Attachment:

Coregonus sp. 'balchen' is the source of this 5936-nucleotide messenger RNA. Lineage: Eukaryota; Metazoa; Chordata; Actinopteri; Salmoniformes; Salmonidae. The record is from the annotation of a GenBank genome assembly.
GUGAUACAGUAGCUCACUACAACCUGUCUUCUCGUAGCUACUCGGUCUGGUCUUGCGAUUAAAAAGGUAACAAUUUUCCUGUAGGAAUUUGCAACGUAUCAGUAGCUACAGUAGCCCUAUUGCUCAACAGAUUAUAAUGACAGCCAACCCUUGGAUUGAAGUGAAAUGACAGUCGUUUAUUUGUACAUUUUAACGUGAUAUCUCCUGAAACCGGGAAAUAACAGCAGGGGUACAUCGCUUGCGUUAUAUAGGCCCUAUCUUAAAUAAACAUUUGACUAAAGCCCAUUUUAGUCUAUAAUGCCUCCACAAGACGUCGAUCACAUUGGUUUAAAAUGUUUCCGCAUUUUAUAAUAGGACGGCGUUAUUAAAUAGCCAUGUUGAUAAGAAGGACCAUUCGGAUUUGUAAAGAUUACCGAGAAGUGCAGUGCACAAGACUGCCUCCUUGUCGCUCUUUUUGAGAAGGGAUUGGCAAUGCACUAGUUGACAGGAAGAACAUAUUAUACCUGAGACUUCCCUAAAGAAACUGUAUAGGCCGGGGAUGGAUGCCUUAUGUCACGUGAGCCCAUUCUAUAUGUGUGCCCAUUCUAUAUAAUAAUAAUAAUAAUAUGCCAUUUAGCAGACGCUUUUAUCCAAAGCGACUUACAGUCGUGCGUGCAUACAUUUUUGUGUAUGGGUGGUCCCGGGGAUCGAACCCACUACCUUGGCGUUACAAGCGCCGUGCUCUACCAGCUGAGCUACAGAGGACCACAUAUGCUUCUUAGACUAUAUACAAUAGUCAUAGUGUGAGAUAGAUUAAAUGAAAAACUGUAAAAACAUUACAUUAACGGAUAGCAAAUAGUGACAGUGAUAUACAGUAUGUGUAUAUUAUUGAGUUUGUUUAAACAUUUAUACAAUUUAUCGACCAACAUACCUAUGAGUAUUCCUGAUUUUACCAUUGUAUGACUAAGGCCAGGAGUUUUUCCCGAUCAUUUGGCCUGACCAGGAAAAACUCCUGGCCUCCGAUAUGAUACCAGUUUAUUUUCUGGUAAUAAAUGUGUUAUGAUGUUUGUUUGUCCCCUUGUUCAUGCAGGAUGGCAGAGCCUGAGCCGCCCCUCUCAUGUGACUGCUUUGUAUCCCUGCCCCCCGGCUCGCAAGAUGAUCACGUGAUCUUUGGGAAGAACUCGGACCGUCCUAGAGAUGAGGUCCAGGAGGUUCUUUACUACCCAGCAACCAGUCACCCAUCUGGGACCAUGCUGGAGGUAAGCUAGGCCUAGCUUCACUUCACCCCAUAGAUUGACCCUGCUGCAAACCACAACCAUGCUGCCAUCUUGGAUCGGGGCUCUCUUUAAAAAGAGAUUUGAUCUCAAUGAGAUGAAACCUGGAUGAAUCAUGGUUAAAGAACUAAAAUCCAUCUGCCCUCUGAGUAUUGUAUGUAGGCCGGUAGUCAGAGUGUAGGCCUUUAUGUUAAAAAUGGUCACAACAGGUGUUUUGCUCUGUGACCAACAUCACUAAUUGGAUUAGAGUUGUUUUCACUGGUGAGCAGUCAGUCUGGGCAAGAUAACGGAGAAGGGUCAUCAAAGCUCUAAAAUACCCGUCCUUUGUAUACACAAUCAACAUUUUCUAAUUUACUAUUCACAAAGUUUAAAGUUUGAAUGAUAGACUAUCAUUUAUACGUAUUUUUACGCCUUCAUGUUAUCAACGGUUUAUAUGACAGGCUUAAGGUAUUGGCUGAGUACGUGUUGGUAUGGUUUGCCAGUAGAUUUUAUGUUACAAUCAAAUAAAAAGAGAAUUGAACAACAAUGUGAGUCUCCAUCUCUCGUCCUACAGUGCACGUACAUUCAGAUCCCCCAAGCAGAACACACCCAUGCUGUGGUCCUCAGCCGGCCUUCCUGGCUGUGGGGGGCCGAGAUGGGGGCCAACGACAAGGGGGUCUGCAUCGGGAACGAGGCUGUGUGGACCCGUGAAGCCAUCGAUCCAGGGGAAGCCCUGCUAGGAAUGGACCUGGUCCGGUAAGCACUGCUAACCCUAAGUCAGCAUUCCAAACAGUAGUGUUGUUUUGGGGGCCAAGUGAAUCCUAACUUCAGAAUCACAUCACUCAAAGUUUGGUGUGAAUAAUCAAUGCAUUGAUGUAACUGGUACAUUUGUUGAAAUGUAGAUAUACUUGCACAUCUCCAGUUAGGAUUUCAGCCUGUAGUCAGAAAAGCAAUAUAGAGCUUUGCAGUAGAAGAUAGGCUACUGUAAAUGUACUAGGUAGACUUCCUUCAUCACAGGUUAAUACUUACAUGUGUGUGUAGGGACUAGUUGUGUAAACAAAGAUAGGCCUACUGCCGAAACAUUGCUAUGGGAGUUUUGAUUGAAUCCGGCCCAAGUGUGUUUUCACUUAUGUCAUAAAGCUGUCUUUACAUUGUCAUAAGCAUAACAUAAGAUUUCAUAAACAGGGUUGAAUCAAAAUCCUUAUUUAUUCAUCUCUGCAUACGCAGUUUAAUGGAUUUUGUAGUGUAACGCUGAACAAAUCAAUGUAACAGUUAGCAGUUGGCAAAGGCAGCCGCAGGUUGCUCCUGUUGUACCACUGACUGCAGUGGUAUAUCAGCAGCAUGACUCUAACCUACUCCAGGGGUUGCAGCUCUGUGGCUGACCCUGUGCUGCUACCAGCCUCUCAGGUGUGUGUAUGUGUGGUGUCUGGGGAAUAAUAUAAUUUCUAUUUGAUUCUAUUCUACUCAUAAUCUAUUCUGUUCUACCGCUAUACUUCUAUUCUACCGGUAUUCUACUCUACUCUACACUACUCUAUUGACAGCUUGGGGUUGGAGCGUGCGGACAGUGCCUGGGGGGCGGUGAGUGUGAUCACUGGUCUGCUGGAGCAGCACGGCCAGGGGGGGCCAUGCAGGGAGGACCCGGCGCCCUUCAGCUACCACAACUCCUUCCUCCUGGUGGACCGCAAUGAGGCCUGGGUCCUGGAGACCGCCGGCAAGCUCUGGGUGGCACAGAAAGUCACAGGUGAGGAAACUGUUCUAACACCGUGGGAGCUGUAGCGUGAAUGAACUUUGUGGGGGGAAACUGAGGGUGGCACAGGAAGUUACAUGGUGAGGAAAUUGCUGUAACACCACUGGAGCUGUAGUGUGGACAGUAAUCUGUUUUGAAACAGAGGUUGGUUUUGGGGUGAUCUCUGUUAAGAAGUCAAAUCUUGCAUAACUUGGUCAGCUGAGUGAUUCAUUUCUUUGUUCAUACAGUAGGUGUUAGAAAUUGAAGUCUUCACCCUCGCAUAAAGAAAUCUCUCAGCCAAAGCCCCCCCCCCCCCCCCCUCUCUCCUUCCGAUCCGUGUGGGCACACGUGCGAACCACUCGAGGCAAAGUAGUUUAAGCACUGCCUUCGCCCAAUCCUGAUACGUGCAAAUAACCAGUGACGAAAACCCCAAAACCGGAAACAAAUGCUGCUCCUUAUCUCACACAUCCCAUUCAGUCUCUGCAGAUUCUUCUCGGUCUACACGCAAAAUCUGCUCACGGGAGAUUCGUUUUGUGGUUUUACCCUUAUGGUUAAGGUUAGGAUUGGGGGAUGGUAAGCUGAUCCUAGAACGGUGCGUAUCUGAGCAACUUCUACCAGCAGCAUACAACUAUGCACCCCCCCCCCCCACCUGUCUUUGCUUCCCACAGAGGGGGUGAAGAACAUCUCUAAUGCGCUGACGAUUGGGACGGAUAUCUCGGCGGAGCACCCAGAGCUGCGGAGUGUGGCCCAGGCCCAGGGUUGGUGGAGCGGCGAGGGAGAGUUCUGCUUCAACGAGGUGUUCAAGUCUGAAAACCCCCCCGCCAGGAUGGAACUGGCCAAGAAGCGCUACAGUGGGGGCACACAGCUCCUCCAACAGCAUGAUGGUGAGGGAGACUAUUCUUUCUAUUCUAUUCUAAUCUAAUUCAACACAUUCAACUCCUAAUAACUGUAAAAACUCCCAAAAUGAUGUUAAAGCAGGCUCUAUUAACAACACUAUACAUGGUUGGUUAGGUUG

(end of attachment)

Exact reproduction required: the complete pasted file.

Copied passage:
Coregonus sp. 'balchen' is the source of this 5936-nucleotide messenger RNA. Lineage: Eukaryota; Metazoa; Chordata; Actinopteri; Salmoniformes; Salmonidae. The record is from the annotation of a GenBank genome assembly.
GUGAUACAGUAGCUCACUACAACCUGUCUUCUCGUAGCUACUCGGUCUGGUCUUGCGAUUAAAAAGGUAACAAUUUUCCUGUAGGAAUUUGCAACGUAUCAGUAGCUACAGUAGCCCUAUUGCUCAACAGAUUAUAAUGACAGCCAACCCUUGGAUUGAAGUGAAAUGACAGUCGUUUAUUUGUACAUUUUAACGUGAUAUCUCCUGAAACCGGGAAAUAACAGCAGGGGUACAUCGCUUGCGUUAUAUAGGCCCUAUCUUAAAUAAACAUUUGACUAAAGCCCAUUUUAGUCUAUAAUGCCUCCACAAGACGUCGAUCACAUUGGUUUAAAAUGUUUCCGCAUUUUAUAAUAGGACGGCGUUAUUAAAUAGCCAUGUUGAUAAGAAGGACCAUUCGGAUUUGUAAAGAUUACCGAGAAGUGCAGUGCACAAGACUGCCUCCUUGUCGCUCUUUUUGAGAAGGGAUUGGCAAUGCACUAGUUGACAGGAAGAACAUAUUAUACCUGAGACUUCCCUAAAGAAACUGUAUAGGCCGGGGAUGGAUGCCUUAUGUCACGUGAGCCCAUUCUAUAUGUGUGCCCAUUCUAUAUAAUAAUAAUAAUAAUAUGCCAUUUAGCAGACGCUUUUAUCCAAAGCGACUUACAGUCGUGCGUGCAUACAUUUUUGUGUAUGGGUGGUCCCGGGGAUCGAACCCACUACCUUGGCGUUACAAGCGCCGUGCUCUACCAGCUGAGCUACAGAGGACCACAUAUGCUUCUUAGACUAUAUACAAUAGUCAUAGUGUGAGAUAGAUUAAAUGAAAAACUGUAAAAACAUUACAUUAACGGAUAGCAAAUAGUGACAGUGAUAUACAGUAUGUGUAUAUUAUUGAGUUUGUUUAAACAUUUAUACAAUUUAUCGACCAACAUACCUAUGAGUAUUCCUGAUUUUACCAUUGUAUGACUAAGGCCAGGAGUUUUUCCCGAUCAUUUGGCCUGACCAGGAAAAACUCCUGGCCUCCGAUAUGAUACCAGUUUAUUUUCUGGUAAUAAAUGUGUUAUGAUGUUUGUUUGUCCCCUUGUUCAUGCAGGAUGGCAGAGCCUGAGCCGCCCCUCUCAUGUGACUGCUUUGUAUCCCUGCCCCCCGGCUCGCAAGAUGAUCACGUGAUCUUUGGGAAGAACUCGGACCGUCCUAGAGAUGAGGUCCAGGAGGUUCUUUACUACCCAGCAACCAGUCACCCAUCUGGGACCAUGCUGGAGGUAAGCUAGGCCUAGCUUCACUUCACCCCAUAGAUUGACCCUGCUGCAAACCACAACCAUGCUGCCAUCUUGGAUCGGGGCUCUCUUUAAAAAGAGAUUUGAUCUCAAUGAGAUGAAACCUGGAUGAAUCAUGGUUAAAGAACUAAAAUCCAUCUGCCCUCUGAGUAUUGUAUGUAGGCCGGUAGUCAGAGUGUAGGCCUUUAUGUUAAAAAUGGUCACAACAGGUGUUUUGCUCUGUGACCAACAUCACUAAUUGGAUUAGAGUUGUUUUCACUGGUGAGCAGUCAGUCUGGGCAAGAUAACGGAGAAGGGUCAUCAAAGCUCUAAAAUACCCGUCCUUUGUAUACACAAUCAACAUUUUCUAAUUUACUAUUCACAAAGUUUAAAGUUUGAAUGAUAGACUAUCAUUUAUACGUAUUUUUACGCCUUCAUGUUAUCAACGGUUUAUAUGACAGGCUUAAGGUAUUGGCUGAGUACGUGUUGGUAUGGUUUGCCAGUAGAUUUUAUGUUACAAUCAAAUAAAAAGAGAAUUGAACAACAAUGUGAGUCUCCAUCUCUCGUCCUACAGUGCACGUACAUUCAGAUCCCCCAAGCAGAACACACCCAUGCUGUGGUCCUCAGCCGGCCUUCCUGGCUGUGGGGGGCCGAGAUGGGGGCCAACGACAAGGGGGUCUGCAUCGGGAACGAGGCUGUGUGGACCCGUGAAGCCAUCGAUCCAGGGGAAGCCCUGCUAGGAAUGGACCUGGUCCGGUAAGCACUGCUAACCCUAAGUCAGCAUUCCAAACAGUAGUGUUGUUUUGGGGGCCAAGUGAAUCCUAACUUCAGAAUCACAUCACUCAAAGUUUGGUGUGAAUAAUCAAUGCAUUGAUGUAACUGGUACAUUUGUUGAAAUGUAGAUAUACUUGCACAUCUCCAGUUAGGAUUUCAGCCUGUAGUCAGAAAAGCAAUAUAGAGCUUUGCAGUAGAAGAUAGGCUACUGUAAAUGUACUAGGUAGACUUCCUUCAUCACAGGUUAAUACUUACAUGUGUGUGUAGGGACUAGUUGUGUAAACAAAGAUAGGCCUACUGCCGAAACAUUGCUAUGGGAGUUUUGAUUGAAUCCGGCCCAAGUGUGUUUUCACUUAUGUCAUAAAGCUGUCUUUACAUUGUCAUAAGCAUAACAUAAGAUUUCAUAAACAGGGUUGAAUCAAAAUCCUUAUUUAUUCAUCUCUGCAUACGCAGUUUAAUGGAUUUUGUAGUGUAACGCUGAACAAAUCAAUGUAACAGUUAGCAGUUGGCAAAGGCAGCCGCAGGUUGCUCCUGUUGUACCACUGACUGCAGUGGUAUAUCAGCAGCAUGACUCUAACCUACUCCAGGGGUUGCAGCUCUGUGGCUGACCCUGUGCUGCUACCAGCCUCUCAGGUGUGUGUAUGUGUGGUGUCUGGGGAAUAAUAUAAUUUCUAUUUGAUUCUAUUCUACUCAUAAUCUAUUCUGUUCUACCGCUAUACUUCUAUUCUACCGGUAUUCUACUCUACUCUACACUACUCUAUUGACAGCUUGGGGUUGGAGCGUGCGGACAGUGCCUGGGGGGCGGUGAGUGUGAUCACUGGUCUGCUGGAGCAGCACGGCCAGGGGGGGCCAUGCAGGGAGGACCCGGCGCCCUUCAGCUACCACAACUCCUUCCUCCUGGUGGACCGCAAUGAGGCCUGGGUCCUGGAGACCGCCGGCAAGCUCUGGGUGGCACAGAAAGUCACAGGUGAGGAAACUGUUCUAACACCGUGGGAGCUGUAGCGUGAAUGAACUUUGUGGGGGGAAACUGAGGGUGGCACAGGAAGUUACAUGGUGAGGAAAUUGCUGUAACACCACUGGAGCUGUAGUGUGGACAGUAAUCUGUUUUGAAACAGAGGUUGGUUUUGGGGUGAUCUCUGUUAAGAAGUCAAAUCUUGCAUAACUUGGUCAGCUGAGUGAUUCAUUUCUUUGUUCAUACAGUAGGUGUUAGAAAUUGAAGUCUUCACCCUCGCAUAAAGAAAUCUCUCAGCCAAAGCCCCCCCCCCCCCCCCCUCUCUCCUUCCGAUCCGUGUGGGCACACGUGCGAACCACUCGAGGCAAAGUAGUUUAAGCACUGCCUUCGCCCAAUCCUGAUACGUGCAAAUAACCAGUGACGAAAACCCCAAAACCGGAAACAAAUGCUGCUCCUUAUCUCACACAUCCCAUUCAGUCUCUGCAGAUUCUUCUCGGUCUACACGCAAAAUCUGCUCACGGGAGAUUCGUUUUGUGGUUUUACCCUUAUGGUUAAGGUUAGGAUUGGGGGAUGGUAAGCUGAUCCUAGAACGGUGCGUAUCUGAGCAACUUCUACCAGCAGCAUACAACUAUGCACCCCCCCCCCCCACCUGUCUUUGCUUCCCACAGAGGGGGUGAAGAACAUCUCUAAUGCGCUGACGAUUGGGACGGAUAUCUCGGCGGAGCACCCAGAGCUGCGGAGUGUGGCCCAGGCCCAGGGUUGGUGGAGCGGCGAGGGAGAGUUCUGCUUCAACGAGGUGUUCAAGUCUGAAAACCCCCCCGCCAGGAUGGAACUGGCCAAGAAGCGCUACAGUGGGGGCACACAGCUCCUCCAACAGCAUGAUGGUGAGGGAGACUAUUCUUUCUAUUCUAUUCUAAUCUAAUUCAACACAUUCAACUCCUAAUAACUGUAAAAACUCCCAAAAUGAUGUUAAAGCAGGCUCUAUUAACAACACUAUACAUGGUUGGUUAGGUUG